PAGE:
Note to readers: Barry Schraders DeKalb
County Life column will appear every other Tuesday.
Having been involved in five time-capsule projects over
the years, it was fun to organize a sixth one this year for the
Ney Grange members. They are observing their 85th anniversary
and plan to have it opened during their 100th year in 2029.
It is sobering, though, when I realize the majority of
the current Grange members, including me, will be deceased by
then, with maybe a half dozen still able to witness its opening.
Two of our youngest Grangers, Hunter and Madelynn Swanson, should
remember where we stored it. They will be 27 and 21 years old
respectively by then.
The 27 members were invited to write a personal (life history)
letter to be shared in 15 years, then include a souvenir that
would fit in this cylindrical stainless steel container about
a foot long and four inches in diameter.
We used an old film developing tank, which is perfect for
storing artifacts and paper in a temperature-controlled environment.
We chose the Joiner History Room in Sycamore to archive it for
us, since there is not a Grange Hall anymore. County historian
Sue Breese is young enough, and so should be around to supervise
the unsealing and sharing the contents.
Considering the size limitations, I wasnt sure what
to expect would be brought to the ceremony Nov. 1. It was done
in conjunction with the unveiling of the 1835 Miller-Ellwood
log cabin historical marker at the Hoppe Farmstead. We had mayors
The stainless steel 85th anniversary Ney Grange time
capsule was displayed at the November 1 ceremony along with many
of its contents in tray at left. The mortar and pestle in back
will be used to mix the sealing compound. The brick was just
to keep the cylinder from rolling off the table. (Photo by Curtis
Clegg)Ney Grange Lecturer Tom Rhoads, at left, presents
a Lifetime Community Service Award to Forest Preserves Supt.
Terry Hannan for his more than 30 years of preserving habitat
and protecting wildlife and open space in DeKalb County. (Curtis
from Kirkland, Mark Vicary from Genoa and Ken Mundy from Sycamore,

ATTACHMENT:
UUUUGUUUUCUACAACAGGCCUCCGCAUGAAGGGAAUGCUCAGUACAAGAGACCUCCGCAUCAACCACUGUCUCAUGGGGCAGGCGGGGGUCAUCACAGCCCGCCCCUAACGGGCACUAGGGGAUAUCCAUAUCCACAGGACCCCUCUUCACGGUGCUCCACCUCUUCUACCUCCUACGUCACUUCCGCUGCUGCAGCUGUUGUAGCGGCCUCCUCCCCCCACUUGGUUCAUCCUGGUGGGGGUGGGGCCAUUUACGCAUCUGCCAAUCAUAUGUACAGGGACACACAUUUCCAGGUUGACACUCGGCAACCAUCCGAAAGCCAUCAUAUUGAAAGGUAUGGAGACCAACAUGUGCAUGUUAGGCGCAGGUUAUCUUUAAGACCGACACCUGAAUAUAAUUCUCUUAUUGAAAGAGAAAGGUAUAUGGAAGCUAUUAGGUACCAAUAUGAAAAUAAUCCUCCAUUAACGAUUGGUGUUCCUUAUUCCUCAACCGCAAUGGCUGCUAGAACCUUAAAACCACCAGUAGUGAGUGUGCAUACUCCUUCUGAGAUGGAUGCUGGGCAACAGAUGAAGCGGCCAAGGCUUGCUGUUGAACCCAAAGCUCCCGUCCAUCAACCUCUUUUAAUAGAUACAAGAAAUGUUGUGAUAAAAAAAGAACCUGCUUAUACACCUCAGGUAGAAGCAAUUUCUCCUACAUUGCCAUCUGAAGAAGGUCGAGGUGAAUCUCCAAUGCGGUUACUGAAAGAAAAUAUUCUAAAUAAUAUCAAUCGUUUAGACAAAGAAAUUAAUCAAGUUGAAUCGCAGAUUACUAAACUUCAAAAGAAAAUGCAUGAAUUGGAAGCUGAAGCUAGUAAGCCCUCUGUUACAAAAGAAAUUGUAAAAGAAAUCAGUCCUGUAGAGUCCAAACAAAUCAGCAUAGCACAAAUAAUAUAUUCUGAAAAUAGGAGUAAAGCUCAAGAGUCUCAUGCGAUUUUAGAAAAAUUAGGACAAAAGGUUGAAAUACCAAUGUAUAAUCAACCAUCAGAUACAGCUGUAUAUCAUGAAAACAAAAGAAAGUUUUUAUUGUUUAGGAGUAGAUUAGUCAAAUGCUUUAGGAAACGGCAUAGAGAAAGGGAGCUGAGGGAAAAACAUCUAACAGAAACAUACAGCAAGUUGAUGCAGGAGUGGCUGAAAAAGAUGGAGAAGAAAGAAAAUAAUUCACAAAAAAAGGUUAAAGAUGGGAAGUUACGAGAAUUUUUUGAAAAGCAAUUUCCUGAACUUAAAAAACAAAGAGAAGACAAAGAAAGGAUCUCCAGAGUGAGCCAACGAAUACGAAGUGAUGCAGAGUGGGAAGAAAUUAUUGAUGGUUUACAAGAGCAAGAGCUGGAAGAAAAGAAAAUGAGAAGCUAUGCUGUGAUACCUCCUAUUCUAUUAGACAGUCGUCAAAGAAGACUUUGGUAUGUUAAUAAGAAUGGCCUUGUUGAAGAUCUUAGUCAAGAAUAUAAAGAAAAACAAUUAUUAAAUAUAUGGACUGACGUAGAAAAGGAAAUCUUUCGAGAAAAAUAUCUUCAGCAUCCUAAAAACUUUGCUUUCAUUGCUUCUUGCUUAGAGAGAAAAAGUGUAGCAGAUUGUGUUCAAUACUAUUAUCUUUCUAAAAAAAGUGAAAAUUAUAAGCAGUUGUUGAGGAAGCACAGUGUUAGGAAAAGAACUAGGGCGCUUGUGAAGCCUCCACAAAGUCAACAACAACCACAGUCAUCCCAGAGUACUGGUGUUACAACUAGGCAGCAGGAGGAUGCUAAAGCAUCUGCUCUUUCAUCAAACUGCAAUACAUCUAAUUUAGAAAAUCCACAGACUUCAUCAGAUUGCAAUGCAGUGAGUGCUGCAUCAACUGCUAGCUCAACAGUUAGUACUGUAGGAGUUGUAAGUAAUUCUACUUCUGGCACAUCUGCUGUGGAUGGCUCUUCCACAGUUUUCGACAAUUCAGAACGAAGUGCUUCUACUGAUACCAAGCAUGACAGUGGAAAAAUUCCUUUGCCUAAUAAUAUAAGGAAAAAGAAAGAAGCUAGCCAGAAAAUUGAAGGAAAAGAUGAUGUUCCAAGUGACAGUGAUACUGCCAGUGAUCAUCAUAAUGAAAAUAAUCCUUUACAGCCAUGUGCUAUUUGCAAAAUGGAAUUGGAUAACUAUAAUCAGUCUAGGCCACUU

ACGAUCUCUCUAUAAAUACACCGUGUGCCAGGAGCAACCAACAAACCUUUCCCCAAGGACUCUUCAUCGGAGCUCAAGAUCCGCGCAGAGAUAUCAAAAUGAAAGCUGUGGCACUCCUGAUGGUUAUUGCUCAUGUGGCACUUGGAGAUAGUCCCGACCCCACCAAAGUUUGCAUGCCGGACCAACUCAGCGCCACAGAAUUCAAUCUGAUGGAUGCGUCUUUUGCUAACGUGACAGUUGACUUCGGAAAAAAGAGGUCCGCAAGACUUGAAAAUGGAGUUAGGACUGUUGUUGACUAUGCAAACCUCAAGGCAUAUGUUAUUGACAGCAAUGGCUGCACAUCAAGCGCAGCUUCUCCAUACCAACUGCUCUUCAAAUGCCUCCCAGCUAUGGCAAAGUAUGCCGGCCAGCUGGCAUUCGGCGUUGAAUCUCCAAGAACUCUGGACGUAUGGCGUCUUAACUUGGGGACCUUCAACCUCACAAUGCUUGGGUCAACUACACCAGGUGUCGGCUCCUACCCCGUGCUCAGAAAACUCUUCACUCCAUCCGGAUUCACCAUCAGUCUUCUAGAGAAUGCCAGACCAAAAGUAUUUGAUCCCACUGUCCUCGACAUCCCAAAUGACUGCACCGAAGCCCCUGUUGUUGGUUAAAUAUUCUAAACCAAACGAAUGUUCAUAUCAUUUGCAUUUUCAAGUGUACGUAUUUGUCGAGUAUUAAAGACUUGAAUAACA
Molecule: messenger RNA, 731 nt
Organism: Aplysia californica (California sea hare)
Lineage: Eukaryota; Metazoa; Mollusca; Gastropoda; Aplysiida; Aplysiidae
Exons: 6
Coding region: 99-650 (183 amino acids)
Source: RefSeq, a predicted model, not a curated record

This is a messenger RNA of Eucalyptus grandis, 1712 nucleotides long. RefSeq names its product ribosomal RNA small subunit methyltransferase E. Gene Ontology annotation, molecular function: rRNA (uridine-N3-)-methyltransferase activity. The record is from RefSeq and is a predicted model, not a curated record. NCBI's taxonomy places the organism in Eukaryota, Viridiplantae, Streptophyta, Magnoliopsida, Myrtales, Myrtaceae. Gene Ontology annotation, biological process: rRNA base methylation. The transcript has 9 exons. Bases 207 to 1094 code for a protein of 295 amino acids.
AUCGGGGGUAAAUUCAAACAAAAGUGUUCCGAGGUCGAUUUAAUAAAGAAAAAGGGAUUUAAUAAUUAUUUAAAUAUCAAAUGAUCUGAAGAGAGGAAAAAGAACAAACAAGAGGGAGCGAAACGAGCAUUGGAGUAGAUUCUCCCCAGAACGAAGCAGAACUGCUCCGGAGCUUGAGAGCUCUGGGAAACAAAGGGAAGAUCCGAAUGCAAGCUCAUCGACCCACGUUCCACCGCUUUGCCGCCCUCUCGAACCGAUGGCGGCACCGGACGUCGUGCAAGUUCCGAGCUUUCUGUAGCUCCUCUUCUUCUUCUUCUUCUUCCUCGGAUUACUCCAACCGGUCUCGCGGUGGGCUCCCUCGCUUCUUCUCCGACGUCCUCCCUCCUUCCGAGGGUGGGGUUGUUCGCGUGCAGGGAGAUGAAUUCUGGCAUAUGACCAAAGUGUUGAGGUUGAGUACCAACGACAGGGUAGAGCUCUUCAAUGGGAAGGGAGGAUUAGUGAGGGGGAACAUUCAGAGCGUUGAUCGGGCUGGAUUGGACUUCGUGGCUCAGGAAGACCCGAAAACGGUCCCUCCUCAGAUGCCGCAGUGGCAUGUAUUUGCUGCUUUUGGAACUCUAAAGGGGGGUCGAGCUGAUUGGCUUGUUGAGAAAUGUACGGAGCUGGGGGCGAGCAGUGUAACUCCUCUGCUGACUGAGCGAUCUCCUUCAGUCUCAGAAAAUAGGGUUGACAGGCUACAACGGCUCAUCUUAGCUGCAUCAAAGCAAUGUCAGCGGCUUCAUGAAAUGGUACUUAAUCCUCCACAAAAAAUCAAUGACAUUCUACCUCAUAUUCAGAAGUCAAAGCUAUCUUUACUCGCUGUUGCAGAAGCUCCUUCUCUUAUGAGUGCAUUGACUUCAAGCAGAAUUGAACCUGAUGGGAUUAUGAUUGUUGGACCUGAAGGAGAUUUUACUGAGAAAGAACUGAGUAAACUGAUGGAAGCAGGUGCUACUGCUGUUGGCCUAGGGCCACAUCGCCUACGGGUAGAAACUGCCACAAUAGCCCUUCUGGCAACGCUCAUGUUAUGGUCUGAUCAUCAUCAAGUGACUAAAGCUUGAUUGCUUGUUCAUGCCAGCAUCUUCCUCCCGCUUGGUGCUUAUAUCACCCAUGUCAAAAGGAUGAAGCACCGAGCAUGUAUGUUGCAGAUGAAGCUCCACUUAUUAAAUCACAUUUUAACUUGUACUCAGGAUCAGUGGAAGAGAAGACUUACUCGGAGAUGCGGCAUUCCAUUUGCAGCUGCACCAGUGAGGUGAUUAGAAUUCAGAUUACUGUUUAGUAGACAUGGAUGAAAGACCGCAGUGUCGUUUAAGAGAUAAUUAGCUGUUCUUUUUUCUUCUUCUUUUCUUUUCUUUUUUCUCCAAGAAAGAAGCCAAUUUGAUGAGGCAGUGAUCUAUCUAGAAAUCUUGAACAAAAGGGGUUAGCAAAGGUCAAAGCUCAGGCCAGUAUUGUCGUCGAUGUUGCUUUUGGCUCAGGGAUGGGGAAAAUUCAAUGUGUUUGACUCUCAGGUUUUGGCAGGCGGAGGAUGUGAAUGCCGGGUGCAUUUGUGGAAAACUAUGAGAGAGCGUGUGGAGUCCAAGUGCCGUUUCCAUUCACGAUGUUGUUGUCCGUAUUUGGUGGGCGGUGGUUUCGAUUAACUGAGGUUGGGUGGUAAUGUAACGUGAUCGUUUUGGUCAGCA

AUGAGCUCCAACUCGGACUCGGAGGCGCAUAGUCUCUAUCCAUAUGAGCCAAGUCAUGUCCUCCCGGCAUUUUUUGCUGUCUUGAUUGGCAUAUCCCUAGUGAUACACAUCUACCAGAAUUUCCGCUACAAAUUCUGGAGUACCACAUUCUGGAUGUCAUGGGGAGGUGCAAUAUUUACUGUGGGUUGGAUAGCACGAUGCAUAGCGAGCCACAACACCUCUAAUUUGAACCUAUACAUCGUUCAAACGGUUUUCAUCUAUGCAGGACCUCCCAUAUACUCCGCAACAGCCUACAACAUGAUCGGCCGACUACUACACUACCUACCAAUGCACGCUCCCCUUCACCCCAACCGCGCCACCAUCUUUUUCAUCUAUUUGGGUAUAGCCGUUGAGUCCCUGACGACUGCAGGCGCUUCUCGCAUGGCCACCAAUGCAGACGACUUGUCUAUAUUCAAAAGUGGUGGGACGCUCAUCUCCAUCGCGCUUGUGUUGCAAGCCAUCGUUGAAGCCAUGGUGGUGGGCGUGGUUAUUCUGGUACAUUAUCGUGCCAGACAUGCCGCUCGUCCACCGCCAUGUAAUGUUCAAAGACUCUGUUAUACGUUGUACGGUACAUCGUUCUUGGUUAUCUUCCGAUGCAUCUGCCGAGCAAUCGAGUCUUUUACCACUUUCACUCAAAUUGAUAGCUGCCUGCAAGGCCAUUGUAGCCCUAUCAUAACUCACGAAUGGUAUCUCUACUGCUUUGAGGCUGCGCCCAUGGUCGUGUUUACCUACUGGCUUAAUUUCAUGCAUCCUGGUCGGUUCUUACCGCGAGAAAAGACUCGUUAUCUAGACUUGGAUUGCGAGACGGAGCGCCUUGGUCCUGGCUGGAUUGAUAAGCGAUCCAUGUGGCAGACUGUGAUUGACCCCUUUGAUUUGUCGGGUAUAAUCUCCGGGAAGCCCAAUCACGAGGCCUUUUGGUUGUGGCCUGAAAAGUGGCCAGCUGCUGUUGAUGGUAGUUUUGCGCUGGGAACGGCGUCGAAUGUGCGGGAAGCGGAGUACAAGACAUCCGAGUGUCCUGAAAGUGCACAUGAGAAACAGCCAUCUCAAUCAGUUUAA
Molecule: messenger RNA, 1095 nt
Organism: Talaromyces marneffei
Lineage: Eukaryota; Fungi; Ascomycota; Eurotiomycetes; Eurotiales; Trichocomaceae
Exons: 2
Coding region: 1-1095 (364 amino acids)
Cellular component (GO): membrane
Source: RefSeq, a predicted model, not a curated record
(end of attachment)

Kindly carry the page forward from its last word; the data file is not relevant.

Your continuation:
Village Trustee Jack Fischer from Kingston and State Rep. Bob
Pritchard there, plus two DeKalb County Board members
Julia Fauci and Sally DeFauw. Also present were DeKalb County
Sheriff Roger Scott and Forest Preserve District Superintendent
Terry Hannan, along with 50 others at the gathering.
Some of the objects they will discover when opening the
container: a 1940 Standing Liberty half dollar, a 2014 Lincoln
head penny provided by Kay Shelton, who is national president
of the Lincoln Highway Association, a 1960 Sycamore High School
class ring, a journalists writing tool (pen) from Debbie
Behrends who couldnt fit her tablet or laptop into the
capsule, a Linotype matrix from the old Genoa Republican backshop,
a 125th Anniversary shavers permit pin and a Genoa Depot pin
from Roger and JoAnn Watson.
One member brought a gold capped tooth extracted many years
ago, adding some value to the contents. Several membership pins
were included, such as 4-H, Rotary, Lions, Pork Producers, Belvidere
Chrysler Assembly Plant, Shaklee Presidents Club and a Pierre
Cardin 14-carat-gold stick pin.
Scott added a medallion depicting his sheriffs badge, and
longtime Ney Master Arden Awe contributed an early Grange pin
from 50 years ago. A thimble, thread and needle were chosen by
a longtime female member, the specifications and price of a new
John Deere 8270R tractor were brought by a farming member, and
an Experimental Aircraft Association Young Eagles
flight pin came from pilot Jack Bennett.
Since we had two members in the hospital, Ney chaplain
the Rev. Harlene Harden and one of three Grange Graces, Millie
Drake, their offerings will be added later.
The Grange also added a few artifacts documents
and meeting minutes from Neys past, a sealed bottle of
Kishwaukee River water provided by Peggy Doty, and a bottle containing
24 seeds from the Watson family heritage beans. They had just
been picked by Dan Kenney from the pioneer garden at the cabin
Some historical photos were included of local events and
places, plus a flash drive with photos taken at the 85th event
by photographer Curtis Clegg. In case that thumb drive is obsolete
by 2029, we also printed the photos for inclusion, as well.
Coincidentally, I mentioned our time capsule to Northern
Illinois University archivist Cindy Ditzler and she said NIU
has uncovered two time capsules recently, one when demolishing
Douglas Hall (circa 1962) and the other during the remodeling
of the Stevens Building (circa 1959). She expects to open them
in the coming months, which should prove interesting.
The list of contents and exact GPS coordinates for the
Ney capsule will be filed with the International Time Capsule
Society at Oglethorpe University in Atlanta, which maintains
a registry of all capsules around the world.
Unfortunately, they report that more than 80 percent of
all time capsules have been lost because of inadequate planning
for their retrieval or loss of the markers identifying their
location. We can only hope that the Joiner History Room still
exists in 2029.